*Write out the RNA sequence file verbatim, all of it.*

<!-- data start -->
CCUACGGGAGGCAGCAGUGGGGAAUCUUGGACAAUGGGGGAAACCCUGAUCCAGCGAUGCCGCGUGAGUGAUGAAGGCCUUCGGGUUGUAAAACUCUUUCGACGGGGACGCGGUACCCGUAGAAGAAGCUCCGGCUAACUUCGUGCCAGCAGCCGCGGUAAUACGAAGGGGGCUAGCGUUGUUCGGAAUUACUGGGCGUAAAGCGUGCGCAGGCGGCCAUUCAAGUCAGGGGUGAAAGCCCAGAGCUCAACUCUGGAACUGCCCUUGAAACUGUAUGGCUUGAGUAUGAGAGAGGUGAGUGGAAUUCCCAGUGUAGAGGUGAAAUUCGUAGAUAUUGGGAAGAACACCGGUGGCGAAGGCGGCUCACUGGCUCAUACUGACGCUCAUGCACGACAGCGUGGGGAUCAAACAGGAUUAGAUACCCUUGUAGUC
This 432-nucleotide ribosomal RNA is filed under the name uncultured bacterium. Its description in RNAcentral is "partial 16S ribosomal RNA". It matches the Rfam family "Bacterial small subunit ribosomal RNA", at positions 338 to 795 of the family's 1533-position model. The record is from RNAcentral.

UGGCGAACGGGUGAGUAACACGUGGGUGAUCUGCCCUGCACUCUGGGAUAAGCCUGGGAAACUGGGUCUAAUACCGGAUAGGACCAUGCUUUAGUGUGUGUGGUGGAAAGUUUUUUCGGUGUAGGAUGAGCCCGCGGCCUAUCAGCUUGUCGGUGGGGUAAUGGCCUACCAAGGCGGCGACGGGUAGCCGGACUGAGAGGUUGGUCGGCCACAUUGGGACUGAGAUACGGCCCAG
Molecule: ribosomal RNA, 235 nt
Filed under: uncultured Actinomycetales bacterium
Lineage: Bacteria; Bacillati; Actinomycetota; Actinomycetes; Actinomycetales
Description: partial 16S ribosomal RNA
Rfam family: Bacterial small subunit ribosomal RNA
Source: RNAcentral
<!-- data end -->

CCUACGGGAGGCAGCAGUGGGGAAUCUUGGACAAUGGGGGAAACCCUGAUCCAGCGAUGCCGCGUGAGUGAUGAAGGCCUUCGGGUUGUAAAACUCUUUCGACGGGGACGCGGUACCCGUAGAAGAAGCUCCGGCUAACUUCGUGCCAGCAGCCGCGGUAAUACGAAGGGGGCUAGCGUUGUUCGGAAUUACUGGGCGUAAAGCGUGCGCAGGCGGCCAUUCAAGUCAGGGGUGAAAGCCCAGAGCUCAACUCUGGAACUGCCCUUGAAACUGUAUGGCUUGAGUAUGAGAGAGGUGAGUGGAAUUCCCAGUGUAGAGGUGAAAUUCGUAGAUAUUGGGAAGAACACCGGUGGCGAAGGCGGCUCACUGGCUCAUACUGACGCUCAUGCACGACAGCGUGGGGAUCAAACAGGAUUAGAUACCCUUGUAGUC
This 432-nucleotide ribosomal RNA is filed under the name uncultured bacterium. Its description in RNAcentral is "partial 16S ribosomal RNA". It matches the Rfam family "Bacterial small subunit ribosomal RNA", at positions 338 to 795 of the family's 1533-position model. The record is from RNAcentral.

UGGCGAACGGGUGAGUAACACGUGGGUGAUCUGCCCUGCACUCUGGGAUAAGCCUGGGAAACUGGGUCUAAUACCGGAUAGGACCAUGCUUUAGUGUGUGUGGUGGAAAGUUUUUUCGGUGUAGGAUGAGCCCGCGGCCUAUCAGCUUGUCGGUGGGGUAAUGGCCUACCAAGGCGGCGACGGGUAGCCGGACUGAGAGGUUGGUCGGCCACAUUGGGACUGAGAUACGGCCCAG
Molecule: ribosomal RNA, 235 nt
Filed under: uncultured Actinomycetales bacterium
Lineage: Bacteria; Bacillati; Actinomycetota; Actinomycetes; Actinomycetales
Description: partial 16S ribosomal RNA
Rfam family: Bacterial small subunit ribosomal RNA
Source: RNAcentral